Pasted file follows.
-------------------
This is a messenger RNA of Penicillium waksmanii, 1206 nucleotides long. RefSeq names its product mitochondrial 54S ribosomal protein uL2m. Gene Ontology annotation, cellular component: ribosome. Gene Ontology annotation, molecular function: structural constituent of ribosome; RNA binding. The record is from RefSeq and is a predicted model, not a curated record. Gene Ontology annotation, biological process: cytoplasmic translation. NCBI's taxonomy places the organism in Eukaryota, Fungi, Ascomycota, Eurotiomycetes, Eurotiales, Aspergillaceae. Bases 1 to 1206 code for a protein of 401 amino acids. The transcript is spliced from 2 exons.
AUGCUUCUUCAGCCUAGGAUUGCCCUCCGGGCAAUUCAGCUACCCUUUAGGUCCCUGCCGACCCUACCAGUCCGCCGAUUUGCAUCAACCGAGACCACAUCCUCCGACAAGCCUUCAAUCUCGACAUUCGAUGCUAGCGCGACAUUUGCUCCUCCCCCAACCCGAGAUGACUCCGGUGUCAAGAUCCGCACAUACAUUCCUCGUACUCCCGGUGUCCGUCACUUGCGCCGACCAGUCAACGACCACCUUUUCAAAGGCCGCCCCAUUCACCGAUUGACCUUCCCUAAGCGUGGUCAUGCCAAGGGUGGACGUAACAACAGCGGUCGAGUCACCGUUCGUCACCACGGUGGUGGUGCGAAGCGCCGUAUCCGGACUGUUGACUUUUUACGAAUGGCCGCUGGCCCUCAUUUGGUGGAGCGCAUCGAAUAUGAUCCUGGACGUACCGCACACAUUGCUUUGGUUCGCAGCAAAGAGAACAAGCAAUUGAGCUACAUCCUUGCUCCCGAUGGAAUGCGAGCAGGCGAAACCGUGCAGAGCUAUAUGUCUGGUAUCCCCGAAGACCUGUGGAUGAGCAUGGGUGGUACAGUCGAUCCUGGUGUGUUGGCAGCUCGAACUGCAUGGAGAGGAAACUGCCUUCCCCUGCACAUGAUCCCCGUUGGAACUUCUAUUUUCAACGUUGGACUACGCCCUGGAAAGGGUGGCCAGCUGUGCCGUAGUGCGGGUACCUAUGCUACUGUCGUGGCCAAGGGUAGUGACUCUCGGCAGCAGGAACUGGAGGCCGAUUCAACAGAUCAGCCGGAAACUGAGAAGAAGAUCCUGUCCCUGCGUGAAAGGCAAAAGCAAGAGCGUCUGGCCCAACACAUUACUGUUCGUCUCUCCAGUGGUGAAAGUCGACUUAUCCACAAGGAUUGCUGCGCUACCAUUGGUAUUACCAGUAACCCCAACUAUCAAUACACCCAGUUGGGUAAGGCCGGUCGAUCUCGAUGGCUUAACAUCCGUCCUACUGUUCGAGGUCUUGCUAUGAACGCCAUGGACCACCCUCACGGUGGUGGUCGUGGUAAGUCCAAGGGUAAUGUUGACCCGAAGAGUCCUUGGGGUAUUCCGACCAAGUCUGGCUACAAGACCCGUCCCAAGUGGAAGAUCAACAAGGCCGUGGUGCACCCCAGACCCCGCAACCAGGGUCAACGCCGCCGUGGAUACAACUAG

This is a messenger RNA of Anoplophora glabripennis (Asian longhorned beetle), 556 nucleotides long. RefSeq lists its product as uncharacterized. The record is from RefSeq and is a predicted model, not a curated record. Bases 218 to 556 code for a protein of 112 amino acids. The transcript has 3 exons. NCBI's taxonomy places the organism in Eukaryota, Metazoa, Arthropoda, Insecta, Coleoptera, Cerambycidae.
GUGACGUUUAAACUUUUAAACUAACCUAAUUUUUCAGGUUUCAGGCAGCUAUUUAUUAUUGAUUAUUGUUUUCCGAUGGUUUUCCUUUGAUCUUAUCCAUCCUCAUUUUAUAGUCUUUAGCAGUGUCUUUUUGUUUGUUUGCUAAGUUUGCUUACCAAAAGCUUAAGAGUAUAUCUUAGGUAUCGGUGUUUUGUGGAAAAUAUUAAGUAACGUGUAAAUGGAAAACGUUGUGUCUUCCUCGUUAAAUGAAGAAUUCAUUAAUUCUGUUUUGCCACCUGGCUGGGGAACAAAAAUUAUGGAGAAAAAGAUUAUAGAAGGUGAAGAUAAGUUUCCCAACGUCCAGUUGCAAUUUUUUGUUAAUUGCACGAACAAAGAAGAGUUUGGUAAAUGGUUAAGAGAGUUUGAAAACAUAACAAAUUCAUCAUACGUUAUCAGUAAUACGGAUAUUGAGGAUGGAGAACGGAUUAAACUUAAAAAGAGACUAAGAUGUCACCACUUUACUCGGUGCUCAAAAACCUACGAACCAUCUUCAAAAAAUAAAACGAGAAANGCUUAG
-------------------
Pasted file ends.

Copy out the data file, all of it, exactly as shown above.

This is a messenger RNA of Penicillium waksmanii, 1206 nucleotides long. RefSeq names its product mitochondrial 54S ribosomal protein uL2m. Gene Ontology annotation, cellular component: ribosome. Gene Ontology annotation, molecular function: structural constituent of ribosome; RNA binding. The record is from RefSeq and is a predicted model, not a curated record. Gene Ontology annotation, biological process: cytoplasmic translation. NCBI's taxonomy places the organism in Eukaryota, Fungi, Ascomycota, Eurotiomycetes, Eurotiales, Aspergillaceae. Bases 1 to 1206 code for a protein of 401 amino acids. The transcript is spliced from 2 exons.
AUGCUUCUUCAGCCUAGGAUUGCCCUCCGGGCAAUUCAGCUACCCUUUAGGUCCCUGCCGACCCUACCAGUCCGCCGAUUUGCAUCAACCGAGACCACAUCCUCCGACAAGCCUUCAAUCUCGACAUUCGAUGCUAGCGCGACAUUUGCUCCUCCCCCAACCCGAGAUGACUCCGGUGUCAAGAUCCGCACAUACAUUCCUCGUACUCCCGGUGUCCGUCACUUGCGCCGACCAGUCAACGACCACCUUUUCAAAGGCCGCCCCAUUCACCGAUUGACCUUCCCUAAGCGUGGUCAUGCCAAGGGUGGACGUAACAACAGCGGUCGAGUCACCGUUCGUCACCACGGUGGUGGUGCGAAGCGCCGUAUCCGGACUGUUGACUUUUUACGAAUGGCCGCUGGCCCUCAUUUGGUGGAGCGCAUCGAAUAUGAUCCUGGACGUACCGCACACAUUGCUUUGGUUCGCAGCAAAGAGAACAAGCAAUUGAGCUACAUCCUUGCUCCCGAUGGAAUGCGAGCAGGCGAAACCGUGCAGAGCUAUAUGUCUGGUAUCCCCGAAGACCUGUGGAUGAGCAUGGGUGGUACAGUCGAUCCUGGUGUGUUGGCAGCUCGAACUGCAUGGAGAGGAAACUGCCUUCCCCUGCACAUGAUCCCCGUUGGAACUUCUAUUUUCAACGUUGGACUACGCCCUGGAAAGGGUGGCCAGCUGUGCCGUAGUGCGGGUACCUAUGCUACUGUCGUGGCCAAGGGUAGUGACUCUCGGCAGCAGGAACUGGAGGCCGAUUCAACAGAUCAGCCGGAAACUGAGAAGAAGAUCCUGUCCCUGCGUGAAAGGCAAAAGCAAGAGCGUCUGGCCCAACACAUUACUGUUCGUCUCUCCAGUGGUGAAAGUCGACUUAUCCACAAGGAUUGCUGCGCUACCAUUGGUAUUACCAGUAACCCCAACUAUCAAUACACCCAGUUGGGUAAGGCCGGUCGAUCUCGAUGGCUUAACAUCCGUCCUACUGUUCGAGGUCUUGCUAUGAACGCCAUGGACCACCCUCACGGUGGUGGUCGUGGUAAGUCCAAGGGUAAUGUUGACCCGAAGAGUCCUUGGGGUAUUCCGACCAAGUCUGGCUACAAGACCCGUCCCAAGUGGAAGAUCAACAAGGCCGUGGUGCACCCCAGACCCCGCAACCAGGGUCAACGCCGCCGUGGAUACAACUAG

This is a messenger RNA of Anoplophora glabripennis (Asian longhorned beetle), 556 nucleotides long. RefSeq lists its product as uncharacterized. The record is from RefSeq and is a predicted model, not a curated record. Bases 218 to 556 code for a protein of 112 amino acids. The transcript has 3 exons. NCBI's taxonomy places the organism in Eukaryota, Metazoa, Arthropoda, Insecta, Coleoptera, Cerambycidae.
GUGACGUUUAAACUUUUAAACUAACCUAAUUUUUCAGGUUUCAGGCAGCUAUUUAUUAUUGAUUAUUGUUUUCCGAUGGUUUUCCUUUGAUCUUAUCCAUCCUCAUUUUAUAGUCUUUAGCAGUGUCUUUUUGUUUGUUUGCUAAGUUUGCUUACCAAAAGCUUAAGAGUAUAUCUUAGGUAUCGGUGUUUUGUGGAAAAUAUUAAGUAACGUGUAAAUGGAAAACGUUGUGUCUUCCUCGUUAAAUGAAGAAUUCAUUAAUUCUGUUUUGCCACCUGGCUGGGGAACAAAAAUUAUGGAGAAAAAGAUUAUAGAAGGUGAAGAUAAGUUUCCCAACGUCCAGUUGCAAUUUUUUGUUAAUUGCACGAACAAAGAAGAGUUUGGUAAAUGGUUAAGAGAGUUUGAAAACAUAACAAAUUCAUCAUACGUUAUCAGUAAUACGGAUAUUGAGGAUGGAGAACGGAUUAAACUUAAAAAGAGACUAAGAUGUCACCACUUUACUCGGUGCUCAAAAACCUACGAACCAUCUUCAAAAAAUAAAACGAGAAANGCUUAG